primary treatments provided
Trigger Point Dry Needling
Trigger point dry needling is a widely used treatment, administered by certified practitioners, to relieve neuromuscular pain and improve function. Fine filament needles, similar to those used by Acupuncturists, are inserted into areas of the muscle known as “trigger points.” Trigger points create predictable patterns of referred pain (i.e. pain in another area in the body) and can result in injury and movement limitations.
Manual therapy is skilled, hands-on treatment by a physical therapist intended to reduce pain, improve range of motion/ joint mobility, and facilitate proper motor control. This includes joint mobilizations and manipulations, soft tissue mobilization (similar to massage), neurodynamic mobilization, muscle energy techniques, and tactile cueing.
Vestibular / Concussion Rehab
The most common vestibular disorder, BPPV, is treated with canalith repositioning manuevers (for example, the Epley Manuever for the most common form of BPPV). Additionally, BPPV and other vestibular disorders often lead to prolonged dizziness, imbalance, and in some cases, falls. A physical therapist can use specific techniques and exercises to improve the function of the vestibular system as well as the other systems that contribute to balance and positional sense.
Vestibular dysfunction also occurs following concussion. Ninety percent of individuals who sustain a concussion will recover within 3 weeks, but the 10% that do not often continue to experience dizziness, headaches, neck pain, disequilibrium, and sensitivity to visual stimulation, sound, and exertion. These symptoms may be a result of vestibular, visual-motor, or cervical impairments that can be addressed through both manual therapy and neuromuscular training by a physical therapist who has experienced with concussion rehab.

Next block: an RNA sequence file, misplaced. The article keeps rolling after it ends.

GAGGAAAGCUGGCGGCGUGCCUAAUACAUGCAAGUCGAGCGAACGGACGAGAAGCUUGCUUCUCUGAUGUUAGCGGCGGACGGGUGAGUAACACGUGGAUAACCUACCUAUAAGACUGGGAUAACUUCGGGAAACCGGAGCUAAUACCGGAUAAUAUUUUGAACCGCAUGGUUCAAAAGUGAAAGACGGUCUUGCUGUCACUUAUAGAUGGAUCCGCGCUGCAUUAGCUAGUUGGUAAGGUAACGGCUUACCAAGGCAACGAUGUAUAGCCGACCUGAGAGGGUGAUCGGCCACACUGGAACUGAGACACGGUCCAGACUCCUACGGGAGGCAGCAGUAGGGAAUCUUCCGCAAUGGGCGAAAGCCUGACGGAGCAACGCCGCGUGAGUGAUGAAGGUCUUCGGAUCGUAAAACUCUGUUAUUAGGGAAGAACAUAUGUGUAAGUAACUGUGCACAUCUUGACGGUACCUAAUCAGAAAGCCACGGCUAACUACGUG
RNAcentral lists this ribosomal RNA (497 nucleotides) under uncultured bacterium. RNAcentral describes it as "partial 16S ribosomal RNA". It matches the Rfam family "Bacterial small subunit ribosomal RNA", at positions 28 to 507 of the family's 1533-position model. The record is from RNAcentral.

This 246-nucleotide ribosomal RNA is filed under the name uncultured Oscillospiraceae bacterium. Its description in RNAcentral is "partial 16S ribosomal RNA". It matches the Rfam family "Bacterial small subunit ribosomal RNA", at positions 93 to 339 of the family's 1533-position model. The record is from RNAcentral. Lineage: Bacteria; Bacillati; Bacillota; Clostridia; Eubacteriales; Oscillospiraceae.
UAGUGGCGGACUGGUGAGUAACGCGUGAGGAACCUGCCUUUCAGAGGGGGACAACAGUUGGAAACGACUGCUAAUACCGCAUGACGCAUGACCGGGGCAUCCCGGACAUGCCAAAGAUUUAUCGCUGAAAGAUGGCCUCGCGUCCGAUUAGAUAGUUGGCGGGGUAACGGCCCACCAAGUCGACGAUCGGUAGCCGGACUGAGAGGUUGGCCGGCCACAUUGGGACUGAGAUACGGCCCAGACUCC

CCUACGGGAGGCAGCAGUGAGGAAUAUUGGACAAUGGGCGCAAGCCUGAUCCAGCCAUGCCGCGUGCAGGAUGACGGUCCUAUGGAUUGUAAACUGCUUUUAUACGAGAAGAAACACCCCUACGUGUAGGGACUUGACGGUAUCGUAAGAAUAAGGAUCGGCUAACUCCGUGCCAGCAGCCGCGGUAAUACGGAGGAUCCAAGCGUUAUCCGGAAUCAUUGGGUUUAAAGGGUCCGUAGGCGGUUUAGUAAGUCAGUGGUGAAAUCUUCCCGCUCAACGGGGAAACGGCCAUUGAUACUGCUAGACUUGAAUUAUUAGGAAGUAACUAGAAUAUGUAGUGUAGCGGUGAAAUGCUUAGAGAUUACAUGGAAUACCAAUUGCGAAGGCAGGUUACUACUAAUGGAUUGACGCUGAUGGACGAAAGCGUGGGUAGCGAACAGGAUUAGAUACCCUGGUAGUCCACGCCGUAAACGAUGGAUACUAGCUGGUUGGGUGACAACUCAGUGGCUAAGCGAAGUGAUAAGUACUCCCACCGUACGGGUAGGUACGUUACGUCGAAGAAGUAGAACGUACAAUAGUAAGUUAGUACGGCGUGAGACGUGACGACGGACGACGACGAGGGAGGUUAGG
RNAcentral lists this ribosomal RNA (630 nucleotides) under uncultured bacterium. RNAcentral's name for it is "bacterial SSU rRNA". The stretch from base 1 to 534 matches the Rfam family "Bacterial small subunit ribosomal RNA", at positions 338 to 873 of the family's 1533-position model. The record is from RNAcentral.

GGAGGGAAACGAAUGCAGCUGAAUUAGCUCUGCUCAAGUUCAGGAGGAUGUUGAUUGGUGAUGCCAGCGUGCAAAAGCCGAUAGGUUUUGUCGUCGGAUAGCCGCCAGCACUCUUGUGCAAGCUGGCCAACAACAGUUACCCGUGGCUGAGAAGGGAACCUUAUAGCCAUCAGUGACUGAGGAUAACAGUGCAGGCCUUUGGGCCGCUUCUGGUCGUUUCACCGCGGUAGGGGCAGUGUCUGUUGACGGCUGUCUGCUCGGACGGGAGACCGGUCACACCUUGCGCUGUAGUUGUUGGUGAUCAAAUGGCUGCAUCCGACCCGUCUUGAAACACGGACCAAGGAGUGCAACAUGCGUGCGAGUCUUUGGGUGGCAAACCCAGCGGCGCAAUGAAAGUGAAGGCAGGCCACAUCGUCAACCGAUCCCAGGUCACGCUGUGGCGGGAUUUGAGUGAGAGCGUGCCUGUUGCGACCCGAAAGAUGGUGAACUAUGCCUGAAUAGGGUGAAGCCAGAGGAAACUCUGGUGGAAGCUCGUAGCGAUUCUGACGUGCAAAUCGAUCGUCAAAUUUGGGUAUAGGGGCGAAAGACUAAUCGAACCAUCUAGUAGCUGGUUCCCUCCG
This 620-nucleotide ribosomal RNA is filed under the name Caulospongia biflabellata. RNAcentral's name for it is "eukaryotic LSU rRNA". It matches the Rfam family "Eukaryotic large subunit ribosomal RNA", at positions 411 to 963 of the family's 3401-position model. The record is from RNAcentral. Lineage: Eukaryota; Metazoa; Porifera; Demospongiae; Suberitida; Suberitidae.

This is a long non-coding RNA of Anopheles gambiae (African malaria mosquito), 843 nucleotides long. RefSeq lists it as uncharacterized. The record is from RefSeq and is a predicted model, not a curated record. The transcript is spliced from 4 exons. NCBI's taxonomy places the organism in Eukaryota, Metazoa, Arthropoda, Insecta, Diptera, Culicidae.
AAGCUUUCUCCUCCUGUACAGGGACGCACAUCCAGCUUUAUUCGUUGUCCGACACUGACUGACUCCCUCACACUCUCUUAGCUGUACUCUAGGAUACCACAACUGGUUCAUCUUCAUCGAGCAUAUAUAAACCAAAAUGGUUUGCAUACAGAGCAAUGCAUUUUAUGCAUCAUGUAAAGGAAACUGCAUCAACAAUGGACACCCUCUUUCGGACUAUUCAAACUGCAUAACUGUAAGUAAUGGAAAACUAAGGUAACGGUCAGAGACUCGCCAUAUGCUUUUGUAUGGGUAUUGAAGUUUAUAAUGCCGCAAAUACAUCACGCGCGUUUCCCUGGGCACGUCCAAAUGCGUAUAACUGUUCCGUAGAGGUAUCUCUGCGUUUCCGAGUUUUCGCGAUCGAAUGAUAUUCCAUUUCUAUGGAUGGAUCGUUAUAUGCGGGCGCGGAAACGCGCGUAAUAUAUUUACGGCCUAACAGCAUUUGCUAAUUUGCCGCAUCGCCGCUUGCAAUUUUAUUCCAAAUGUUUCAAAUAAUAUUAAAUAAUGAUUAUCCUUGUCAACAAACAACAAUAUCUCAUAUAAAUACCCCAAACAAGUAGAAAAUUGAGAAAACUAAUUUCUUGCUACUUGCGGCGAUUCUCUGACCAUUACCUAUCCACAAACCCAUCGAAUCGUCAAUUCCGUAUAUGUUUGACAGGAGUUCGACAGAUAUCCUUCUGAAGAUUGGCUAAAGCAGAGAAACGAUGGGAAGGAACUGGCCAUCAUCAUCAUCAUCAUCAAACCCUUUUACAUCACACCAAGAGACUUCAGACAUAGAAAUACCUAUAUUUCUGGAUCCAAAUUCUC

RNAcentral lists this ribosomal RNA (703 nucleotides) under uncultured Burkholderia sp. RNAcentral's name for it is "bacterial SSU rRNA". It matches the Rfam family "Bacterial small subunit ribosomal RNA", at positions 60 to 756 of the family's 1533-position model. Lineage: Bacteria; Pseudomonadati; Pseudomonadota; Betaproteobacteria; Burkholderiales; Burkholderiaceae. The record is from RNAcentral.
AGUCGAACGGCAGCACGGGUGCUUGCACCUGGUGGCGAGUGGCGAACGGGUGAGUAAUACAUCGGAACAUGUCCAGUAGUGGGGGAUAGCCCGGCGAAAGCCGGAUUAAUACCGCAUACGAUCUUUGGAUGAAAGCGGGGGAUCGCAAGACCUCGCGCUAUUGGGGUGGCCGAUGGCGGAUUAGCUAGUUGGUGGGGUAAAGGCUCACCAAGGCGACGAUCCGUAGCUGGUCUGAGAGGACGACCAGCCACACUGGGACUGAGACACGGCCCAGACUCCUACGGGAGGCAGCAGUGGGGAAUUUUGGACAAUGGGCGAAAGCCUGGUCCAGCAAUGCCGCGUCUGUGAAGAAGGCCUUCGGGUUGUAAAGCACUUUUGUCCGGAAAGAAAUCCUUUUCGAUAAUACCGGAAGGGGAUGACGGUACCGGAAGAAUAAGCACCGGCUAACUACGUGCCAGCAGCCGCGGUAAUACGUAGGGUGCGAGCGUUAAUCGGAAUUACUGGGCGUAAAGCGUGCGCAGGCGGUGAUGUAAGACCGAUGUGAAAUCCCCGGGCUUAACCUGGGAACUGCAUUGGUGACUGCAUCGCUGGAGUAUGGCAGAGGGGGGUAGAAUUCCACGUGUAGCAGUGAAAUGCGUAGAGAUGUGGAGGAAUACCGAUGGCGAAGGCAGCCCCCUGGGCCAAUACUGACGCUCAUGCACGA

Return to Sport Progression
Many barriers exist for individuals who want to return to their sport after an injury. These include understanding tissue healing timeframes, deconditioning of other muscles as a result of disuse, and compensatory patterns that developed as a result of injury. A physical therapist can devise a tailored program based on research and experience to help you safely return to your sport.
Neuromuscular training focuses on the quality of movement and reducing compensatory patterns that lead to overuse and injury. The physical therapist identifies compensatory patterns through observation of specific functional movements, and uses simple exercises and cues to help correct the dysfunction.
This can include a unique combination of any of the treatments described above to facilitate either a return to your regular yoga routine after injury, or if you are new to yoga or a beginner, transition to a safe and healthy yoga practice. Yoga is a great way to maintain good body mechanics and awareness as well as prevent future injury.